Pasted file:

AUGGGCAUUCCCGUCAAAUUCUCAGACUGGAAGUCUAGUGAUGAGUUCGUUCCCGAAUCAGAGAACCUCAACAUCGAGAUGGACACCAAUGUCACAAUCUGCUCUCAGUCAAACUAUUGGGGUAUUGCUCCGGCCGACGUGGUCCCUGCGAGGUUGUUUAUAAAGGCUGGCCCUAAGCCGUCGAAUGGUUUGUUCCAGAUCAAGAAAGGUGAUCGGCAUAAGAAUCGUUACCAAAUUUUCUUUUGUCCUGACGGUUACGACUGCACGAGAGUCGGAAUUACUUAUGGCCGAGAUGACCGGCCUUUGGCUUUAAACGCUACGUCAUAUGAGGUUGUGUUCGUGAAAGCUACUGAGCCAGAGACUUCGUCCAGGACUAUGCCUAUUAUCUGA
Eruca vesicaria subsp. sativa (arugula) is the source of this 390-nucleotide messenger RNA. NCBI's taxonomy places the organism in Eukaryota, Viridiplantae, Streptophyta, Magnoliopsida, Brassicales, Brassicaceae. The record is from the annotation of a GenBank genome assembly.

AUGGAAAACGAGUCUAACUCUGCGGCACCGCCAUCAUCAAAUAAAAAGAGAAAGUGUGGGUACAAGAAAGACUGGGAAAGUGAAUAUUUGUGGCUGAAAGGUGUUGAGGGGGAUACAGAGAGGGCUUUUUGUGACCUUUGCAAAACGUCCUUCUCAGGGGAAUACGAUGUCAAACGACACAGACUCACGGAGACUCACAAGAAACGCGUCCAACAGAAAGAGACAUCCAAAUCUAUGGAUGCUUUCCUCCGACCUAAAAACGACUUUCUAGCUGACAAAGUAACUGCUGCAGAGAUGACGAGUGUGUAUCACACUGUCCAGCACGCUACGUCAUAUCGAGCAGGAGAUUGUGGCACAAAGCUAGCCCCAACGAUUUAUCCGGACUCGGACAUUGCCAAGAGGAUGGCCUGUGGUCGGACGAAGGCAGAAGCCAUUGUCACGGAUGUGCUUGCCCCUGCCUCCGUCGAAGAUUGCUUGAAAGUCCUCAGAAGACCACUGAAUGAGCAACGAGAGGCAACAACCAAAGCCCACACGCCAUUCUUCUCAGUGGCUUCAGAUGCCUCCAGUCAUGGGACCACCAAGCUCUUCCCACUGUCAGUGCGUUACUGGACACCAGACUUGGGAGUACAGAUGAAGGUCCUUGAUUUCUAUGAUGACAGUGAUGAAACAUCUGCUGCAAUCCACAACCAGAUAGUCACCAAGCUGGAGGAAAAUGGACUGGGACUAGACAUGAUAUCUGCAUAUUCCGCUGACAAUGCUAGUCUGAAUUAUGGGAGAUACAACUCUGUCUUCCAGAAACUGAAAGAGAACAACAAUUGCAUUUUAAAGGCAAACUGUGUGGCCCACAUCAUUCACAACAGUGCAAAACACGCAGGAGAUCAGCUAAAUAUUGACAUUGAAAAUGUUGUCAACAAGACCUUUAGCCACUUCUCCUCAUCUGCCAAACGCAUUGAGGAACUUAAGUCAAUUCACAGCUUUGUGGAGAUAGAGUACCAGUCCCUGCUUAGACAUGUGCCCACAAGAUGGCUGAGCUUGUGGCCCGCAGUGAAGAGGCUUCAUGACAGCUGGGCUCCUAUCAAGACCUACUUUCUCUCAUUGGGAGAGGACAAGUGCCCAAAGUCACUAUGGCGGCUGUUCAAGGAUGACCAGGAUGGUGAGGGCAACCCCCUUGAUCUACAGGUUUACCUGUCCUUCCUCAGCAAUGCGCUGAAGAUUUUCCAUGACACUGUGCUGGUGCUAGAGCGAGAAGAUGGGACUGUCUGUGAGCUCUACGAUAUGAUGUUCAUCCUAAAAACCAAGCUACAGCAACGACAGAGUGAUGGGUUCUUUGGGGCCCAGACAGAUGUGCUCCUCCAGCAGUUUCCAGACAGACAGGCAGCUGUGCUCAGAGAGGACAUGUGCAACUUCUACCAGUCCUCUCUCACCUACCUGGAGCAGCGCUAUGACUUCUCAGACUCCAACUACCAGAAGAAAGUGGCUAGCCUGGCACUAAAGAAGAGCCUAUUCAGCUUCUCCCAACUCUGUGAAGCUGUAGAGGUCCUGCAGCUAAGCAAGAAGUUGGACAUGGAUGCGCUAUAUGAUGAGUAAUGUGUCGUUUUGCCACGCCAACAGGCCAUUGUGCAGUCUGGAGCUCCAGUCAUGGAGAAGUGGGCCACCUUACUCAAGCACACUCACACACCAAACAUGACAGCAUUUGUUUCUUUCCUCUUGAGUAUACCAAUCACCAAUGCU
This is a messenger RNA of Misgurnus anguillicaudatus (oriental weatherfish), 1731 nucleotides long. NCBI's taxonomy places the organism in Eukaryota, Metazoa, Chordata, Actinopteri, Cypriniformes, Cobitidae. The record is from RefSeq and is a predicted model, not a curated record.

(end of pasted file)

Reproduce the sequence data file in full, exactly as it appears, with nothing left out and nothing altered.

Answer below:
AUGGGCAUUCCCGUCAAAUUCUCAGACUGGAAGUCUAGUGAUGAGUUCGUUCCCGAAUCAGAGAACCUCAACAUCGAGAUGGACACCAAUGUCACAAUCUGCUCUCAGUCAAACUAUUGGGGUAUUGCUCCGGCCGACGUGGUCCCUGCGAGGUUGUUUAUAAAGGCUGGCCCUAAGCCGUCGAAUGGUUUGUUCCAGAUCAAGAAAGGUGAUCGGCAUAAGAAUCGUUACCAAAUUUUCUUUUGUCCUGACGGUUACGACUGCACGAGAGUCGGAAUUACUUAUGGCCGAGAUGACCGGCCUUUGGCUUUAAACGCUACGUCAUAUGAGGUUGUGUUCGUGAAAGCUACUGAGCCAGAGACUUCGUCCAGGACUAUGCCUAUUAUCUGA
Eruca vesicaria subsp. sativa (arugula) is the source of this 390-nucleotide messenger RNA. NCBI's taxonomy places the organism in Eukaryota, Viridiplantae, Streptophyta, Magnoliopsida, Brassicales, Brassicaceae. The record is from the annotation of a GenBank genome assembly.

AUGGAAAACGAGUCUAACUCUGCGGCACCGCCAUCAUCAAAUAAAAAGAGAAAGUGUGGGUACAAGAAAGACUGGGAAAGUGAAUAUUUGUGGCUGAAAGGUGUUGAGGGGGAUACAGAGAGGGCUUUUUGUGACCUUUGCAAAACGUCCUUCUCAGGGGAAUACGAUGUCAAACGACACAGACUCACGGAGACUCACAAGAAACGCGUCCAACAGAAAGAGACAUCCAAAUCUAUGGAUGCUUUCCUCCGACCUAAAAACGACUUUCUAGCUGACAAAGUAACUGCUGCAGAGAUGACGAGUGUGUAUCACACUGUCCAGCACGCUACGUCAUAUCGAGCAGGAGAUUGUGGCACAAAGCUAGCCCCAACGAUUUAUCCGGACUCGGACAUUGCCAAGAGGAUGGCCUGUGGUCGGACGAAGGCAGAAGCCAUUGUCACGGAUGUGCUUGCCCCUGCCUCCGUCGAAGAUUGCUUGAAAGUCCUCAGAAGACCACUGAAUGAGCAACGAGAGGCAACAACCAAAGCCCACACGCCAUUCUUCUCAGUGGCUUCAGAUGCCUCCAGUCAUGGGACCACCAAGCUCUUCCCACUGUCAGUGCGUUACUGGACACCAGACUUGGGAGUACAGAUGAAGGUCCUUGAUUUCUAUGAUGACAGUGAUGAAACAUCUGCUGCAAUCCACAACCAGAUAGUCACCAAGCUGGAGGAAAAUGGACUGGGACUAGACAUGAUAUCUGCAUAUUCCGCUGACAAUGCUAGUCUGAAUUAUGGGAGAUACAACUCUGUCUUCCAGAAACUGAAAGAGAACAACAAUUGCAUUUUAAAGGCAAACUGUGUGGCCCACAUCAUUCACAACAGUGCAAAACACGCAGGAGAUCAGCUAAAUAUUGACAUUGAAAAUGUUGUCAACAAGACCUUUAGCCACUUCUCCUCAUCUGCCAAACGCAUUGAGGAACUUAAGUCAAUUCACAGCUUUGUGGAGAUAGAGUACCAGUCCCUGCUUAGACAUGUGCCCACAAGAUGGCUGAGCUUGUGGCCCGCAGUGAAGAGGCUUCAUGACAGCUGGGCUCCUAUCAAGACCUACUUUCUCUCAUUGGGAGAGGACAAGUGCCCAAAGUCACUAUGGCGGCUGUUCAAGGAUGACCAGGAUGGUGAGGGCAACCCCCUUGAUCUACAGGUUUACCUGUCCUUCCUCAGCAAUGCGCUGAAGAUUUUCCAUGACACUGUGCUGGUGCUAGAGCGAGAAGAUGGGACUGUCUGUGAGCUCUACGAUAUGAUGUUCAUCCUAAAAACCAAGCUACAGCAACGACAGAGUGAUGGGUUCUUUGGGGCCCAGACAGAUGUGCUCCUCCAGCAGUUUCCAGACAGACAGGCAGCUGUGCUCAGAGAGGACAUGUGCAACUUCUACCAGUCCUCUCUCACCUACCUGGAGCAGCGCUAUGACUUCUCAGACUCCAACUACCAGAAGAAAGUGGCUAGCCUGGCACUAAAGAAGAGCCUAUUCAGCUUCUCCCAACUCUGUGAAGCUGUAGAGGUCCUGCAGCUAAGCAAGAAGUUGGACAUGGAUGCGCUAUAUGAUGAGUAAUGUGUCGUUUUGCCACGCCAACAGGCCAUUGUGCAGUCUGGAGCUCCAGUCAUGGAGAAGUGGGCCACCUUACUCAAGCACACUCACACACCAAACAUGACAGCAUUUGUUUCUUUCCUCUUGAGUAUACCAAUCACCAAUGCU
This is a messenger RNA of Misgurnus anguillicaudatus (oriental weatherfish), 1731 nucleotides long. NCBI's taxonomy places the organism in Eukaryota, Metazoa, Chordata, Actinopteri, Cypriniformes, Cobitidae. The record is from RefSeq and is a predicted model, not a curated record.